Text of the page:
Your company can utilize a SOC 3 vs an SOC 2 report if you have customers or prospects who need assurance about your organization’s verified security practices — but may not need the specific details of a SOC 2 report, or have the knowledge base to utilize its technical information.

Your company should decide if your customer base is seeking the detail provided in a SOC 2, or if they only require the high-level summary of the SOC 3. You will still undertake the same audit process, but you may find that the SOC 3 is most useful to your customers and prospects.

In other words, sharing a SOC 3 report communicates at a high level that you’ve completed the SOC 2 audit process.

The difference between SOC 2 and SOC 3

SOC 2 and SOC 3 reports are both reports that detail your security controls, but how do you know which one is the right fit for your business? Beyond the overviews of each report above, let’s look at some of the details that separate SOC 2 and SOC 3 reports.

Price difference of SOC 2 vs SOC 3

Cost is always a consideration when you decide which security certifications to pursue. So how do the costs of SOC 2 and SOC 3 compare?

The price of both a SOC 2 and a SOC 3 report will vary greatly depending on the complexity of your organization and your security. However, the costs are similar because the steps required in an audit are similar for both, so expect a SOC 2 report and SOC 3 report to cost roughly the same. Because the audits are nearly the same, if you’re pursuing a SOC 2 report, you can often request a SOC 3 report from the same auditor for a small added fee.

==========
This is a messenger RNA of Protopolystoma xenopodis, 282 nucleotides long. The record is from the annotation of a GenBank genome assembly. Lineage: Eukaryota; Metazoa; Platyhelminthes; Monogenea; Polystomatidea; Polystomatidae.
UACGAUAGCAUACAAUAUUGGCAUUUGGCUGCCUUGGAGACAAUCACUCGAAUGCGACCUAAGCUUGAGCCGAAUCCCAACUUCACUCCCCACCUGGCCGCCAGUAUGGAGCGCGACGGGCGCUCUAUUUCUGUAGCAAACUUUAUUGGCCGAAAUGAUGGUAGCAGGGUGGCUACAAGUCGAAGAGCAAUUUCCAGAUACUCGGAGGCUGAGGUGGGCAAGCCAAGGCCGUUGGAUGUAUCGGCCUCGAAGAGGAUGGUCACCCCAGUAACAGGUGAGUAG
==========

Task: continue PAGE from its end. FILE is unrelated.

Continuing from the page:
Who can perform SOC 2 vs SOC 3 reports?

Both SOC 2 and SOC 3 reports must be prepared by AICPA-approved auditors who are outside your organization. In fact, many auditors offer both SOC 2 and SOC 3 reports, so you can hire the same auditor or auditing firm for both.

Why customers may request SOC 2 or SOC 3 reports

A key difference between SOC 2 and SOC 3 reports is the way they’re used. SOC 2 reports are highly detailed accounts of your information security that customers request so they can know whether their data will be safe in your hands. Many customers, especially those in North America, will only do business with organizations that have SOC 2 reports if there is any data or confidential information involved.